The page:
COVID-19 in Native American Communities: Report for April 22, 2020.

Happy Earth Day. It is snowing today in western New York. Here is your latest update.

The shutdown of colleges and universities has brought significant change and challenges to families around the country.  In Indian Country, where internet access can be limited, attendance and enrollment have declined as courses have moved online.  You can read a Montana Public Radio story focusing on Aaniiih Nakoda College on the Fort Belknap Reservation here.

There is a growing number of stories focusing on racial disparities in coronavirus cases.  BBC posted a story that makes mention of Native American communities. One particularly hard-hit community is the Navajo Nation.  Mary Louis Kelly of NPR interviewed Dr. Loretta Christensen, the Navajo Area chief medical officer at the Indian Health Service about conditions there. NBC, too, posted a story on how the coronavirus pandemic has devastated Indian Country, “exposing infrastructure disparities.” Navajo Nation President Jonathan Nez expressed his frustration at the slow pace of distributing federal aid, adding his to the many voices calling out the Trump Administration for its inept response to this global crisis.  “Tribal Nations are the first citizens of this country,” he said, “but sometimes we feel that we are pushed aside and that we are bidding against each other.” You can listen to Representative Deb Haaland talk about her plans to obtain help from Congress for Native American communities at Indian Country Today. On MSNBC, Haaland pointed out that the Native American population of New Mexico is 11%; the infection rate is closer to 40%.  Cronkite News has a series of stories looking at the pandemic in Arizona. For those interested in donating to the Navajo Nation, you can go to this link.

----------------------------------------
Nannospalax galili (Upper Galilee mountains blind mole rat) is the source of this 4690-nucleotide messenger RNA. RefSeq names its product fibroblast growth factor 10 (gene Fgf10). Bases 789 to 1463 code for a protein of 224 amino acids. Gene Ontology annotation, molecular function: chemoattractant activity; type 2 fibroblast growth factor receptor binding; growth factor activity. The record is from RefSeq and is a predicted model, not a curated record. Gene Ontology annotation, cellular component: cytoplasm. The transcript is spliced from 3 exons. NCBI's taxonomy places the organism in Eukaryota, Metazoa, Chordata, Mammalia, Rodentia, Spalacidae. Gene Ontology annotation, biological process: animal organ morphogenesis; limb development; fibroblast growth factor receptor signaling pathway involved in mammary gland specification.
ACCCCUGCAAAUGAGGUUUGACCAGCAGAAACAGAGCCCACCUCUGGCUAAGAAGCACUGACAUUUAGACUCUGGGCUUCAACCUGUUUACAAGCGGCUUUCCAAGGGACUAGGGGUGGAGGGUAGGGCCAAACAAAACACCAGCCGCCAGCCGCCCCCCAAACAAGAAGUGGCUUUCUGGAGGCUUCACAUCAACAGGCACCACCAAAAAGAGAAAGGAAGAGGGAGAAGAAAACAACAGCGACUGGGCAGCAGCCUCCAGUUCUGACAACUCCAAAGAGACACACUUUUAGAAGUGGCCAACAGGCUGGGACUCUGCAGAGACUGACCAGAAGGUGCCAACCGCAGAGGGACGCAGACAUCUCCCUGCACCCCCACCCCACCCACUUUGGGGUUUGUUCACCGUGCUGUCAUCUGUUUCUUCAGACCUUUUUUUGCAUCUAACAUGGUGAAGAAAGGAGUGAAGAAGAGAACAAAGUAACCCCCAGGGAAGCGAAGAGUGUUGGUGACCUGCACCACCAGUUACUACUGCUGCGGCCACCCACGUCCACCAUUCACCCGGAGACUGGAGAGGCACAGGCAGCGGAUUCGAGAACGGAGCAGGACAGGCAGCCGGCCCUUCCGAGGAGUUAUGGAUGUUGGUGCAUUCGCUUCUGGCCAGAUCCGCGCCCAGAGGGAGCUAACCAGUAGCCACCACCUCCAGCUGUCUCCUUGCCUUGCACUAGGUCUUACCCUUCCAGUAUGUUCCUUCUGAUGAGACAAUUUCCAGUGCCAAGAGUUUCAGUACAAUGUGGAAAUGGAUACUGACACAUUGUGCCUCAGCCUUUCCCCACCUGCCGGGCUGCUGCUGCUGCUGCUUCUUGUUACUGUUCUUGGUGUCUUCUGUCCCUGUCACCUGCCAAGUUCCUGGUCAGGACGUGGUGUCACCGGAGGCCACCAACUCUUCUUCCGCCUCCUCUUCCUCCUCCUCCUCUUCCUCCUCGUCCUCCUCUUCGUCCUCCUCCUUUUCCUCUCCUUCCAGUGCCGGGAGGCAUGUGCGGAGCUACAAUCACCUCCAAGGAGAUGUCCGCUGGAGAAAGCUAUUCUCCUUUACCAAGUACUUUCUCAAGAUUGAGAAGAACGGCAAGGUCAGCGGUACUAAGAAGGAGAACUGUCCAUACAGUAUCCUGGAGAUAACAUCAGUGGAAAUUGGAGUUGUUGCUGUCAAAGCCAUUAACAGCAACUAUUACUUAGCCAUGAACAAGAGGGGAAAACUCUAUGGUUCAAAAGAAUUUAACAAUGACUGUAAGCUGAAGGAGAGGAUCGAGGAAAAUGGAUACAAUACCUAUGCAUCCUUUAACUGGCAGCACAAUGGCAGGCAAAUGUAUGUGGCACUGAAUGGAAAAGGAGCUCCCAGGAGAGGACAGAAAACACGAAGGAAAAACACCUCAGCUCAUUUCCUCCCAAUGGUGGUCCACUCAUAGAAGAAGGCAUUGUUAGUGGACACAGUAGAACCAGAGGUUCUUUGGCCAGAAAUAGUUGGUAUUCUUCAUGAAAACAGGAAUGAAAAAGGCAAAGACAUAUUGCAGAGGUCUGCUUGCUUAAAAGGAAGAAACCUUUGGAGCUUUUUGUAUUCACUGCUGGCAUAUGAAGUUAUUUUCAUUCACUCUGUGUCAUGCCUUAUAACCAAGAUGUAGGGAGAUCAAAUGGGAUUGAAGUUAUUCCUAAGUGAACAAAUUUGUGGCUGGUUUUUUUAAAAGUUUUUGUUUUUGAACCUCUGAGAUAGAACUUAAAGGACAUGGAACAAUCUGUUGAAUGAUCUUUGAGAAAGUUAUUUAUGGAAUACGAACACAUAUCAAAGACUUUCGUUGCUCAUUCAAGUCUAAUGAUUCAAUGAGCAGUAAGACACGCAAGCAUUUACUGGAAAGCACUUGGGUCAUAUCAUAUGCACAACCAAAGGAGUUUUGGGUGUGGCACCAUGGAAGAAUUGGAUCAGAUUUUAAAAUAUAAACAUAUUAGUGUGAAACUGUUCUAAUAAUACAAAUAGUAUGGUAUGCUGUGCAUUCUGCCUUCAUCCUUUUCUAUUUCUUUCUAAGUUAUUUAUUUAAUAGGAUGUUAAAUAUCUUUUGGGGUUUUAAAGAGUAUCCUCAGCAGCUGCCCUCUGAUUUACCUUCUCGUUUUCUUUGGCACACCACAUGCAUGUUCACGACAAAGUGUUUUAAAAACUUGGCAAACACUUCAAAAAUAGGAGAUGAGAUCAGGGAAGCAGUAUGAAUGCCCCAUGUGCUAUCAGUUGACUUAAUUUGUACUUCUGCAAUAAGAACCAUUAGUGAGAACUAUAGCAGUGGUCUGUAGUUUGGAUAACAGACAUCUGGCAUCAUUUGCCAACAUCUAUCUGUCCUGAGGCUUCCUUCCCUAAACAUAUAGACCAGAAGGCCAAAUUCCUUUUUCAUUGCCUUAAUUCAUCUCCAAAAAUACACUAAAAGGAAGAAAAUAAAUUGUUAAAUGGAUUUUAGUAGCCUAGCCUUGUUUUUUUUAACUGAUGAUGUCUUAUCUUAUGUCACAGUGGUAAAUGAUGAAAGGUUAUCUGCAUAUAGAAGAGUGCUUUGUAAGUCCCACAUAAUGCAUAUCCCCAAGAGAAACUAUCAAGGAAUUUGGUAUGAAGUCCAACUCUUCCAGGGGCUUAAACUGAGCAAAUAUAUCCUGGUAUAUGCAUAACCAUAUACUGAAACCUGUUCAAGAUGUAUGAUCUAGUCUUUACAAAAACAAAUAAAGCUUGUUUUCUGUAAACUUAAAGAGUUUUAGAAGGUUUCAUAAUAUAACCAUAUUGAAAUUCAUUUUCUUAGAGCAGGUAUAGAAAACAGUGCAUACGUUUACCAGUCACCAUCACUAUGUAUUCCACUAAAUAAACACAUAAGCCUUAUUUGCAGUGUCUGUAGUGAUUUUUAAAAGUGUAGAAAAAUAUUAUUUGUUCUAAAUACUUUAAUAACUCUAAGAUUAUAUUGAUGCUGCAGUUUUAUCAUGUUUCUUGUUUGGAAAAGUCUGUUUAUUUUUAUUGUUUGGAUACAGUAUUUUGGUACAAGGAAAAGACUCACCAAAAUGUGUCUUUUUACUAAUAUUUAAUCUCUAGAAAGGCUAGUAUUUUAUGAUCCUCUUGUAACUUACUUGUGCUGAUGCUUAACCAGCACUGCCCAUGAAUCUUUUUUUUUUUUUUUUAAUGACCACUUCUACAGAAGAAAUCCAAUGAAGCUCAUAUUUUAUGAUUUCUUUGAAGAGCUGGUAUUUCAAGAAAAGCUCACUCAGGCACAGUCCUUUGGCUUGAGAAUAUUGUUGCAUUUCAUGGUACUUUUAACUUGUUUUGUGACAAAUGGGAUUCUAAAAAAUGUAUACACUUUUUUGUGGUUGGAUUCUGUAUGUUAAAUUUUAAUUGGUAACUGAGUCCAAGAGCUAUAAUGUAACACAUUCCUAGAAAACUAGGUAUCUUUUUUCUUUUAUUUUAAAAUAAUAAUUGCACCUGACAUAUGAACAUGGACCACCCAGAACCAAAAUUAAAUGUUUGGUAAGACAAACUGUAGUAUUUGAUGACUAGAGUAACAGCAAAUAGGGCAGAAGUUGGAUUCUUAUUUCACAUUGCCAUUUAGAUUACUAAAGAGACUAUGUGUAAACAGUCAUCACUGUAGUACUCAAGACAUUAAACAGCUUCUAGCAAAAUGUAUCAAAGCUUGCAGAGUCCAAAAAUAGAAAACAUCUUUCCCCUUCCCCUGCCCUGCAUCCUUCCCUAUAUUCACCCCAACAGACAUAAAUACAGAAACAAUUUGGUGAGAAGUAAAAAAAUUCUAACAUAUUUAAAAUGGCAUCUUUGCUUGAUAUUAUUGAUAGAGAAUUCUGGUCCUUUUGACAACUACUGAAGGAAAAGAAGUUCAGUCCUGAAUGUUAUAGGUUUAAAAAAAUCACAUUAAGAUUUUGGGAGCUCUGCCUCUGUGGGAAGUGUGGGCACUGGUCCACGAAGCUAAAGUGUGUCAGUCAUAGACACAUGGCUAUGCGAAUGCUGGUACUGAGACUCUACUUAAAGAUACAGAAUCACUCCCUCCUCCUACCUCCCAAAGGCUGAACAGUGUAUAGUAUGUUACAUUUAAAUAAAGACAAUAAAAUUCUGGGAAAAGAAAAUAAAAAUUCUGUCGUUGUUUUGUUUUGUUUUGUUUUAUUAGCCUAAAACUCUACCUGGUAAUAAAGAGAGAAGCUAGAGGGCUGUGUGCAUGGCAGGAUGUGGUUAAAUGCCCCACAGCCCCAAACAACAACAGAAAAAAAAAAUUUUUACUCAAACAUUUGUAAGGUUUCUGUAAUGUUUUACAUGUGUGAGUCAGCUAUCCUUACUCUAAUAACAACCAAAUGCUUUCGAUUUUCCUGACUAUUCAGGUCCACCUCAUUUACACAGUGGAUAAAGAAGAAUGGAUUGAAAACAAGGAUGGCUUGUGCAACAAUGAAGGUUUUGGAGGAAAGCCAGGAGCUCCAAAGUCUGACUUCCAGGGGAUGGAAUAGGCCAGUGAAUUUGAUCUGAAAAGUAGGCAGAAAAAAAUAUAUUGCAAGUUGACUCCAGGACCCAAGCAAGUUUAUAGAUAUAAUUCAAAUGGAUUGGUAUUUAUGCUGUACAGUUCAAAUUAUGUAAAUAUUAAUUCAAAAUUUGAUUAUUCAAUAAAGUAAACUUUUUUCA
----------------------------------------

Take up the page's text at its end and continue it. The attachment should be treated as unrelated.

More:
Native American groups across the United States have joined forces to counter the Interior Department’s decision to include Alaska Native Corporations in the “Indian Tribes” singled out in the recent coronavirus relief package passed by Congress.  You can read about the lawsuit here. Meanwhile, tribal leaders are furious over word that the federal government “engaged in such shoddy document handling practices that their sensitive data, containing information about their people and their finances, landed in the hands of outsiders on Friday.” This comes in the wake of nearly every Native American nation in the lower 48 expressing their lack of confidence in Assistant Secretary for Indian Affairs Tara Sweeney, a Trump administration appointee. Politico ran an in-depth story investigating Sweeney’s malfeasance.

You can also read there about a “pandemic recovery plan” for Indian Country by Patrice Kunesh. 

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